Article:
Organizations can, and often do, make the mistake of classifying information security as only a compliance matter. Much like taxes, workplace safety, and human resources, information security is governed by a complex set of statutes and regulatory rules. However, unlike the aforementioned areas, information security cannot adequately be solely addressed as a compliance matter.
This is attributed to many factors, including: (1) the inherently valuable and essential nature of an organization’s information; (2) the ever-evolving nature of threats; (3) the relative lack of awareness of information security issues and overall inability of organizations to effectively control and protect its information; (4) the persistent existence of intentional or unintentional insider threats; and (5) the rapidly changing national and global legal and regulatory landscape. Information security cannot be relegated to IT or delegated to one specific person or department without oversight. Information security simply must be addressed from the executive level and must be a persistent, holistic, and synergistic aspect of an organization’s overall governance.
The best practice is to change the organizational mindset from a culture of compliance to a culture of security. The first step in changing the organizational mindset is to stop thinking of information security as an item to “check” to meet minimum compliance requirements and to start thinking of it as an overarching organizational governance goal. Information is the DNA of modern organizations, and information security must be thought in terms of how the organization is run. All of the organization’s departments and employees must fall under the umbrella of information governance and must work together to achieve the common goal. The organization’s leadership must deliver a clear and concise vision, communicate expectations, and expect results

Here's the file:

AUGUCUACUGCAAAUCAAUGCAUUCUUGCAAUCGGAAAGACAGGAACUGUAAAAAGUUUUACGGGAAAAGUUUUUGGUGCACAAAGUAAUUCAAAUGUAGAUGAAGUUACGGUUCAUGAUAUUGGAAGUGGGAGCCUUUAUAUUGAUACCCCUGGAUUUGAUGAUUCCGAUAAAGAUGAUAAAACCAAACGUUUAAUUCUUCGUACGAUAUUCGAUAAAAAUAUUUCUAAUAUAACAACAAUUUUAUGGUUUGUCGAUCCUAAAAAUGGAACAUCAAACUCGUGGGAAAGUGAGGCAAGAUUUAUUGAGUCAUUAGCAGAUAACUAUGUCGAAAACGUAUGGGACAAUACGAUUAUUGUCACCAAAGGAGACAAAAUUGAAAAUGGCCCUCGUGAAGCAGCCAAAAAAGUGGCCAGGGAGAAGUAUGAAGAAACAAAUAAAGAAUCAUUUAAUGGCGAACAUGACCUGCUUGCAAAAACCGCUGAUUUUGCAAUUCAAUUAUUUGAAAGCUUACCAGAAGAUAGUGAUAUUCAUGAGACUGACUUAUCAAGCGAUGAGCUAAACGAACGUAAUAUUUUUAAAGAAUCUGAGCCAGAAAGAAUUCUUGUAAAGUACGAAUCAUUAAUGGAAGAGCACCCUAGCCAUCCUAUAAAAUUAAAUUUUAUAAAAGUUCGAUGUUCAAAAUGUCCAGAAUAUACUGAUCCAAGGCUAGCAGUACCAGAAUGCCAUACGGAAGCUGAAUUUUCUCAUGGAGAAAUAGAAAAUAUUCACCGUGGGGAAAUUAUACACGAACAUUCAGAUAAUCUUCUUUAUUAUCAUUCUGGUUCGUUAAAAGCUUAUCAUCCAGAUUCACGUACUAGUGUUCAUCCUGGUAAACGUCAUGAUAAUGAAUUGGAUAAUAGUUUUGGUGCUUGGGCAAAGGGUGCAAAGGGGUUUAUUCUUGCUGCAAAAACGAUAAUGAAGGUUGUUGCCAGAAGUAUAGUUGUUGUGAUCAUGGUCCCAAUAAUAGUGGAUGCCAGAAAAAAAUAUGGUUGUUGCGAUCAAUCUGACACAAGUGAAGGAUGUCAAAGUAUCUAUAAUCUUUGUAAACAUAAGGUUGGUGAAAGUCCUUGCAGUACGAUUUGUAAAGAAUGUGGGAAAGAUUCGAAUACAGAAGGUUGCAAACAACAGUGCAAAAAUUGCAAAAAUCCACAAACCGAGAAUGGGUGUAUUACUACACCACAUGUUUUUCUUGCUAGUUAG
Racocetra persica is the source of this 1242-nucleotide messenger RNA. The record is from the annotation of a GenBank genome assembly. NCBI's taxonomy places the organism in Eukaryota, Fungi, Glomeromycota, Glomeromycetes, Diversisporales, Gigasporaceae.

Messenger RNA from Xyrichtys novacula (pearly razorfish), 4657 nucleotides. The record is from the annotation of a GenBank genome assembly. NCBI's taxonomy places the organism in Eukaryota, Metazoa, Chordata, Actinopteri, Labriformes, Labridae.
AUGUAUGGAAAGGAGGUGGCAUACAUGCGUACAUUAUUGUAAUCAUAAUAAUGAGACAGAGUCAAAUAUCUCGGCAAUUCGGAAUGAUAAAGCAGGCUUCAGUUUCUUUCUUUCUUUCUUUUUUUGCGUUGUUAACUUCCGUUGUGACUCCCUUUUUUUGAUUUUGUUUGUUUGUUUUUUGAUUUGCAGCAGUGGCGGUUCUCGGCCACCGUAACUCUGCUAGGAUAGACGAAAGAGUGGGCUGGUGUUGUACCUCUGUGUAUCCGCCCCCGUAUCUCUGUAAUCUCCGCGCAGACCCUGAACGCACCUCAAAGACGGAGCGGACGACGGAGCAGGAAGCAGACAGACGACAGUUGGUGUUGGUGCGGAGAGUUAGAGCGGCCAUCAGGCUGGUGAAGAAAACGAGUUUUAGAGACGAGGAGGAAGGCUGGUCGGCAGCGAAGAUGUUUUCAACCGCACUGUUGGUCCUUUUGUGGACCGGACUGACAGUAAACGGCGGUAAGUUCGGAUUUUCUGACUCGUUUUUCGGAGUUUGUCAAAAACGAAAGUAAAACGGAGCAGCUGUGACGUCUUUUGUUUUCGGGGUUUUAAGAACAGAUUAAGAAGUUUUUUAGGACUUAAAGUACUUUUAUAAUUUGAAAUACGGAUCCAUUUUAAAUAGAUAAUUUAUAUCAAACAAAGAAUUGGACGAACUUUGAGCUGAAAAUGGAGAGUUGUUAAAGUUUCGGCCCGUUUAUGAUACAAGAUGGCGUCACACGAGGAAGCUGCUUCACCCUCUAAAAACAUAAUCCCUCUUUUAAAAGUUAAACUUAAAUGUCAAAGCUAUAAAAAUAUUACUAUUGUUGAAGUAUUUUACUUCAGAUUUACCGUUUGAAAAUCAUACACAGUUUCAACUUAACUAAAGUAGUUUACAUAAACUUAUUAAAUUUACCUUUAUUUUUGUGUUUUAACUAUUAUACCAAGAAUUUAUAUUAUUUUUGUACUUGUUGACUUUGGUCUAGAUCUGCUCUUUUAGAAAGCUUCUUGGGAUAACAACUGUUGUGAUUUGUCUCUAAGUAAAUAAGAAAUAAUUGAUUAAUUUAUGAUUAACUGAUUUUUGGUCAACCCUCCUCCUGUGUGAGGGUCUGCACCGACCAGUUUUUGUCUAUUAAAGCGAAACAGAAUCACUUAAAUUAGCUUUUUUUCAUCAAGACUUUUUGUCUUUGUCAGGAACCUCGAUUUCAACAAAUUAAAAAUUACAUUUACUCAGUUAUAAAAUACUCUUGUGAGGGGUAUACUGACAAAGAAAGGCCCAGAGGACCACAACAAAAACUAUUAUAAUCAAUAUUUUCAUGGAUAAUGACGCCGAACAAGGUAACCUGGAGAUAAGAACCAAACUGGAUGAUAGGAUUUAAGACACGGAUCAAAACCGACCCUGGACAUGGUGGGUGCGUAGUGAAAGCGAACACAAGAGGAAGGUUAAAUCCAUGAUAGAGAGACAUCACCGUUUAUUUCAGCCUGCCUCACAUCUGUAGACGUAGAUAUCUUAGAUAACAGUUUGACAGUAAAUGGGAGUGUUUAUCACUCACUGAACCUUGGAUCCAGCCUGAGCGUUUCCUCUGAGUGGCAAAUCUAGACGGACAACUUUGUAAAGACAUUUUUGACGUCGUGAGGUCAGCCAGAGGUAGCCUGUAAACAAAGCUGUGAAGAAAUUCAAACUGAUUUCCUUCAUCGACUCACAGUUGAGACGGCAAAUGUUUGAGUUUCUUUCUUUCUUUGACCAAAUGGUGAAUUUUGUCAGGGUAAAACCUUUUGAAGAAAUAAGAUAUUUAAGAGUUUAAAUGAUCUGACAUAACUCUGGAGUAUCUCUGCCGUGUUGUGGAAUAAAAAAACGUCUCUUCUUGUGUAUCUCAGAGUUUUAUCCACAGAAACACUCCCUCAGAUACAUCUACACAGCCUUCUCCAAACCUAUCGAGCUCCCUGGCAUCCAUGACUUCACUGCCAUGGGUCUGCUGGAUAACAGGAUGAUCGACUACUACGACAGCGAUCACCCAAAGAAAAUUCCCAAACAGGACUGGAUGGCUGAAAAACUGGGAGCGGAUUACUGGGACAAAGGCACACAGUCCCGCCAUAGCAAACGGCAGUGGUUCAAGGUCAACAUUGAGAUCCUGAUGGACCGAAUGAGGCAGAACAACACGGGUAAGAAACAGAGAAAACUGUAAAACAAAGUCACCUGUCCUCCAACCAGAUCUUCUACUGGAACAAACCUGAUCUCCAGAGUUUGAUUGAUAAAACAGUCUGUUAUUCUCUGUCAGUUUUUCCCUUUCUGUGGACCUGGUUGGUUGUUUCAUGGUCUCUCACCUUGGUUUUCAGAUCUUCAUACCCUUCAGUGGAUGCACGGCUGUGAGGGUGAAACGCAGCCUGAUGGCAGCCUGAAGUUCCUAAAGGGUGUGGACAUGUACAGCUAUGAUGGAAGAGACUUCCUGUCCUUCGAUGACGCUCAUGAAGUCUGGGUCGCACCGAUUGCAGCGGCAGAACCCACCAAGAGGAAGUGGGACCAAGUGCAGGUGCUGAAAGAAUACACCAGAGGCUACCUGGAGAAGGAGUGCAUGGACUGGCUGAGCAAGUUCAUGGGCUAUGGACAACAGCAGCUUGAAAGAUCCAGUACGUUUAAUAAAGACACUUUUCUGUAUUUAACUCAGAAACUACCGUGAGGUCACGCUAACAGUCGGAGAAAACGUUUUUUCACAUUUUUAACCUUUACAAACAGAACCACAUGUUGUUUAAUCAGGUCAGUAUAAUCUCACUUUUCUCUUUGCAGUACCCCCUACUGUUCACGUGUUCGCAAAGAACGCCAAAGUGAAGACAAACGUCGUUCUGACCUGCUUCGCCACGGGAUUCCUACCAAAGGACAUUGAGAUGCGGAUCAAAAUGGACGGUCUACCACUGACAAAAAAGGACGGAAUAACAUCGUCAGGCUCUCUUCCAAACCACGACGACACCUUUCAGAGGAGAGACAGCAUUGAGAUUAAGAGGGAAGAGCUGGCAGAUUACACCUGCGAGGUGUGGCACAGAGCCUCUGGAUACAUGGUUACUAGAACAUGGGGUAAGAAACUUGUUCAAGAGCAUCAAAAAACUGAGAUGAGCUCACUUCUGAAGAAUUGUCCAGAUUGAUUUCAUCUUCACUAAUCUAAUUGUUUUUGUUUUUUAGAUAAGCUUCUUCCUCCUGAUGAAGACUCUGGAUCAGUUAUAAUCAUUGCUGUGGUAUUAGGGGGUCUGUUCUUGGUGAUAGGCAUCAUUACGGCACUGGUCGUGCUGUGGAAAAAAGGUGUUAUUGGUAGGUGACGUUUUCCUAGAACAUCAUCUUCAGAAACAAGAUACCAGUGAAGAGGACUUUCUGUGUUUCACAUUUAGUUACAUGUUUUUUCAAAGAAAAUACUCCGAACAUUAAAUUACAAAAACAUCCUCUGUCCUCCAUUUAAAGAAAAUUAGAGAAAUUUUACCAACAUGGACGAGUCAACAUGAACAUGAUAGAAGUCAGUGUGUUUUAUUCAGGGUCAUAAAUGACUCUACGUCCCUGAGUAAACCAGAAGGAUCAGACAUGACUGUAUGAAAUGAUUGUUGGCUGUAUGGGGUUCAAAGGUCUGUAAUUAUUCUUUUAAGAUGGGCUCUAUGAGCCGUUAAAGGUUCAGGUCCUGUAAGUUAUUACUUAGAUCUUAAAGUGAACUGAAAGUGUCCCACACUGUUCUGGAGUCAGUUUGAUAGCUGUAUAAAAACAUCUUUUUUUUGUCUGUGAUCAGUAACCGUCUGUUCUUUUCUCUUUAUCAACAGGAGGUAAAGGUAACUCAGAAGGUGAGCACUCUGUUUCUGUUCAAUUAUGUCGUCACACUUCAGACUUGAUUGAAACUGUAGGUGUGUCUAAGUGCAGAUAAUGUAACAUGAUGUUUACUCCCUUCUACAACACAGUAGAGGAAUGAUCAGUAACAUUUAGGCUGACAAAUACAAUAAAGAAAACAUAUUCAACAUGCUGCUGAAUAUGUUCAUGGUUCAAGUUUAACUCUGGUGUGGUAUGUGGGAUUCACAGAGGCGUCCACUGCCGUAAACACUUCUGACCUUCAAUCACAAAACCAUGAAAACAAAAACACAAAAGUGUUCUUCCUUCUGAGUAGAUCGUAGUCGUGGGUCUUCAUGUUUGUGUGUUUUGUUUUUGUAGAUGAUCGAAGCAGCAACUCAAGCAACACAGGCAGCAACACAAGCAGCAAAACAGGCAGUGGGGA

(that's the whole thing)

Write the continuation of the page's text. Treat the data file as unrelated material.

Changing an organizational mindset requires executive level buy-in and a commitment to initiate, develop, and implement an information security program. It requires the bravery and dedication to allocate resources (financial and personnel) to pursuing a culture of security. It requires the fortitude to stick with a culture of security in the face of inevitable setbacks and recalibrations.
Ultimately, changing the organizational mindset to a culture of security is a simple matter of saying “yes.” In doing so, organization will reap the benefits of increased productivity, greater security, and the peace of mind of its employees, vendors, and customers. In doing so, the organization will also not only meet compliance standards, but will in all likelihood, exceed compliance standards.